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I have difficulties deriving the non-cooperative Nash Equilibrium of this problem.

The objective function is to maximize the expected total rent over the two periods, that is:

\begin{align} \max_{S_i} (1-e_i S_i + P_i(S_i, S_j) \delta(1-\underline{S})) \end{align}

with $P_i(S_i, S_j)=\frac {S_i}{S_i+S_j}$, and $i,j \in \{A,B\}$, and $e_A=1-d$ and $e_B=1+d$

$S_i$ denotes the quality of the service, $e_i$ is a parameter that captured the spending needs in $i$, $P_i(S_i, S_j)$ is the re-election probability, $\delta$ is the discount factor and $\underline{S}$ is the minimum service quality.

The solution of the Nash Equilibrium of the game is \begin{align} (S_A^*, S_B^*)=\Big(\frac{\delta (1+d)(1-\underline{S})}{4}, \frac{\delta (1-d)(1-\underline{S})}{4}\Big) \end{align}

I have tried but I don't get that same solution.

This is what I have done: I solve the maximization problem \begin{align} \frac {\partial{U_i}}{\partial{S_i}} = -e_i+\dfrac{\delta(1-\underline{S})S_j}{(S_i+S_j)^2}\stackrel{!}{=}0 \end{align}

and get the best respond function for $i$ and $j$ respectively as follows \begin{align} \delta(1-\underline{S})S_j=e_i(S_i+S_j)^2 \\ \delta(1-\underline{S})S_i=e_j(S_i+S_j)^2 \end{align}

I impose symmetry $S_i=S_j=S^*$ to the reaction function and I get this: \begin{align} \delta(1-\underline{S})S^*&=e_i(2S^*)^2 \\ S^*&=\dfrac{\delta(1-\underline{S})}{4e_i} \end{align}

I am not sure though.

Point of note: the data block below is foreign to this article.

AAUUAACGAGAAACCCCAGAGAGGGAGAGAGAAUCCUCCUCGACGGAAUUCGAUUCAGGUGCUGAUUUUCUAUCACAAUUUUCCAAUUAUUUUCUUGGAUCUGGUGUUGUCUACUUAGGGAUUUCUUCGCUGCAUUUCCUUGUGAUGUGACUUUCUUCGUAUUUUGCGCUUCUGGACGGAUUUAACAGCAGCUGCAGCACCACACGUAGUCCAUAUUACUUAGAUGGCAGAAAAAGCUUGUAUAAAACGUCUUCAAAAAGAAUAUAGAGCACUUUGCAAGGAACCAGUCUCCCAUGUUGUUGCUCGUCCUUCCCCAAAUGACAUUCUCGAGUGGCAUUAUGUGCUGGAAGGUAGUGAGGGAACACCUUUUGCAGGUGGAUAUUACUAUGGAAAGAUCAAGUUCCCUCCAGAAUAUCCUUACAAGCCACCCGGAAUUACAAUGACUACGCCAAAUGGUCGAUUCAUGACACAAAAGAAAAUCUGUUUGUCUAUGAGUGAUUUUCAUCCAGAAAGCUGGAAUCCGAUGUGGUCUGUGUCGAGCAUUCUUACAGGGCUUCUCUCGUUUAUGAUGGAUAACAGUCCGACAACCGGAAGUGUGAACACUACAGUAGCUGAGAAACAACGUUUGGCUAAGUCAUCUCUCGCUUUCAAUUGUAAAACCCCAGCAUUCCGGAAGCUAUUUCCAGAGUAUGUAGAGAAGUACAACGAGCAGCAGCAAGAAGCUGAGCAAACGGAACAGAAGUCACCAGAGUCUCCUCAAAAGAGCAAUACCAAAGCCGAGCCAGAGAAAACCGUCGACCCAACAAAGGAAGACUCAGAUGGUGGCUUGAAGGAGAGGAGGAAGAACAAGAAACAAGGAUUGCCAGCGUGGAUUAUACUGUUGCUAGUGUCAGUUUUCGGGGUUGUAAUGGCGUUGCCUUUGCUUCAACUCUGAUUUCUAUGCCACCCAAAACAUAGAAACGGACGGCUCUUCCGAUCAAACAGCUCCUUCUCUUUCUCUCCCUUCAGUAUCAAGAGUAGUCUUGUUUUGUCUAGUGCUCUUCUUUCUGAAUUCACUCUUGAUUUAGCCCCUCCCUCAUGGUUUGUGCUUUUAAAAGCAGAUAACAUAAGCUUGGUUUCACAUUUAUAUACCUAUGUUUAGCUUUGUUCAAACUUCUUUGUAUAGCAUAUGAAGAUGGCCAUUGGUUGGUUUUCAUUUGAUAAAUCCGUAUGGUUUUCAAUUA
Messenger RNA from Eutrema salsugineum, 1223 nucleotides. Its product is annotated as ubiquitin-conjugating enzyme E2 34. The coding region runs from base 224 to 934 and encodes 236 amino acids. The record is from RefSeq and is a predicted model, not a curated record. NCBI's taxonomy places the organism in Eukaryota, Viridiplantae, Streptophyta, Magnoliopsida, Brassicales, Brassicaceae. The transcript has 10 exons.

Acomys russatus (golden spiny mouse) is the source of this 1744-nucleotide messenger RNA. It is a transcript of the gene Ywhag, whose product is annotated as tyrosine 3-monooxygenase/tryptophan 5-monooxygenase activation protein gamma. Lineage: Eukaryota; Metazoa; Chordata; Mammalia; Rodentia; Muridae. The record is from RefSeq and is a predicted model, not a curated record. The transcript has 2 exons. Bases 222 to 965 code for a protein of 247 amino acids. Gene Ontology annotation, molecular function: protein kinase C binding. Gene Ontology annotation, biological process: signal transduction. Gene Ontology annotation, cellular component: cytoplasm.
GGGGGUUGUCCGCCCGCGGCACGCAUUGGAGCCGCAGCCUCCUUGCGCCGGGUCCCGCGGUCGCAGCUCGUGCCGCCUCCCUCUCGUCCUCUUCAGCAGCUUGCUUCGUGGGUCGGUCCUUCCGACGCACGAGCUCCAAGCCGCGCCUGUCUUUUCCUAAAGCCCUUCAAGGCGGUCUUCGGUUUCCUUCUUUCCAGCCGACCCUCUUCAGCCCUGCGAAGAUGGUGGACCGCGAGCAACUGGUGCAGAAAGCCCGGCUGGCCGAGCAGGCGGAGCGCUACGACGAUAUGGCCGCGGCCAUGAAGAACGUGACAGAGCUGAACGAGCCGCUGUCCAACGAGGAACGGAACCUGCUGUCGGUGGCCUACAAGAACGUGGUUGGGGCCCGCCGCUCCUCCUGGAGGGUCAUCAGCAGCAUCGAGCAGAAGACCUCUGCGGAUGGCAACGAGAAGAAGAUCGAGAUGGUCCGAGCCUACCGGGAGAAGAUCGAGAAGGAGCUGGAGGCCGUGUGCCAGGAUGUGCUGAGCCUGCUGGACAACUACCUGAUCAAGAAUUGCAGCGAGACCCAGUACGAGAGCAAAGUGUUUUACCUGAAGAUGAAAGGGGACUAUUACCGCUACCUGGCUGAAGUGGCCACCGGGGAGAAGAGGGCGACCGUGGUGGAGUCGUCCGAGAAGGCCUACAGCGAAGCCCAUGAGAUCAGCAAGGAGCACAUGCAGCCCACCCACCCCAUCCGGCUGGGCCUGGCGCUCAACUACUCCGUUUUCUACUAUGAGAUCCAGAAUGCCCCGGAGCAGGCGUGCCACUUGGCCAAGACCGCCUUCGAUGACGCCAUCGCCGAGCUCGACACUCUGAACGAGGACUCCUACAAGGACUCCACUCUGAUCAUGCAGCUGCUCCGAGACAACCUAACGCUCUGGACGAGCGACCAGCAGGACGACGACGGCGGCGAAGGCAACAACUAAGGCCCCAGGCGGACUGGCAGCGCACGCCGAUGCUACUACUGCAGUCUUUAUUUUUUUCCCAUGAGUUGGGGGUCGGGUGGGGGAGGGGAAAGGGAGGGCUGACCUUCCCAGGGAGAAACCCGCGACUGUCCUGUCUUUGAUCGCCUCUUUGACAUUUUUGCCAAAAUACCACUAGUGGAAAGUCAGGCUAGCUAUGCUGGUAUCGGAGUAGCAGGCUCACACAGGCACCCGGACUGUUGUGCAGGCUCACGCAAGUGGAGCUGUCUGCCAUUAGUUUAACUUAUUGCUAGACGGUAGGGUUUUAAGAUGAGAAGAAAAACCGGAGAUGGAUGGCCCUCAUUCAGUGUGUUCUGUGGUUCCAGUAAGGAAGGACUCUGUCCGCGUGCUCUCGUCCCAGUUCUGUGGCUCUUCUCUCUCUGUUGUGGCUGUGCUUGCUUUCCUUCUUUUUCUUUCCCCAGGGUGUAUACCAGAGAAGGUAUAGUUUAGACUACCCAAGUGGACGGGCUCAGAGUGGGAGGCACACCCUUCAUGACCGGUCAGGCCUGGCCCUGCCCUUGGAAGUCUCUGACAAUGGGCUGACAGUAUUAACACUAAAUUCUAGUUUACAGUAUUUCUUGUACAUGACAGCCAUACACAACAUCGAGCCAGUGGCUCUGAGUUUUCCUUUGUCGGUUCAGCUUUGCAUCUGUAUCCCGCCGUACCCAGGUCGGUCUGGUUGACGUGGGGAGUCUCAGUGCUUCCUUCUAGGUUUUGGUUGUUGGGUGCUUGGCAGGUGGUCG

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You could add up the equations \begin{align} \delta(1-\underline{S})S_j=e_i(S_i+S_j)^2 \\ \delta(1-\underline{S})S_i=e_j(S_i+S_j)^2 \end{align} to get \begin{align} \delta(1-\underline{S})(S_i+S_j)=(e_i+e_j)(S_i+S_j)^2 \end{align} which simplifies to \begin{align} \delta(1-\underline{S})=(e_i+e_j)(S_i+S_j). \end{align} This gives you $(S_i+S_j)$. From the initial equations \begin{align} \delta(1-\underline{S})S_j=e_i(S_i+S_j)^2 \\ \delta(1-\underline{S})S_i=e_j(S_i+S_j)^2 \end{align} you can also get $$ \frac{S_j}{e_i} = \frac{(S_i+S_j)^2}{\delta(1-\underline{S})} = \frac{S_i}{e_j}, $$ which gives you $$ \frac{S_j}{S_i} = \frac{e_i}{e_j}. $$ Now you have both the sum and ratio of the variables $S_j,S_i$. Calculating their individual values should be a straightforward matter.

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  • $\begingroup$ Thanks a lot!! I appreciate your taking time answering my question. $\endgroup$ – Alfa Jul 8 '17 at 8:06
  • $\begingroup$ @Alfa have you consider accepting the answer? $\endgroup$ – luchonacho Jul 22 '17 at 9:29
  • $\begingroup$ @luchonacho yes, I accept the answer. It gives me the solution. $\endgroup$ – Alfa Aug 24 '17 at 19:01
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    $\begingroup$ @Alfa To accept an answer on Stackexchange you have to press the green check sign to the left of the answer. $\endgroup$ – Giskard Aug 24 '17 at 21:29
  • $\begingroup$ @Alfa ahaha funny. Yes, you need to formally accept it :) $\endgroup$ – luchonacho Aug 25 '17 at 8:26

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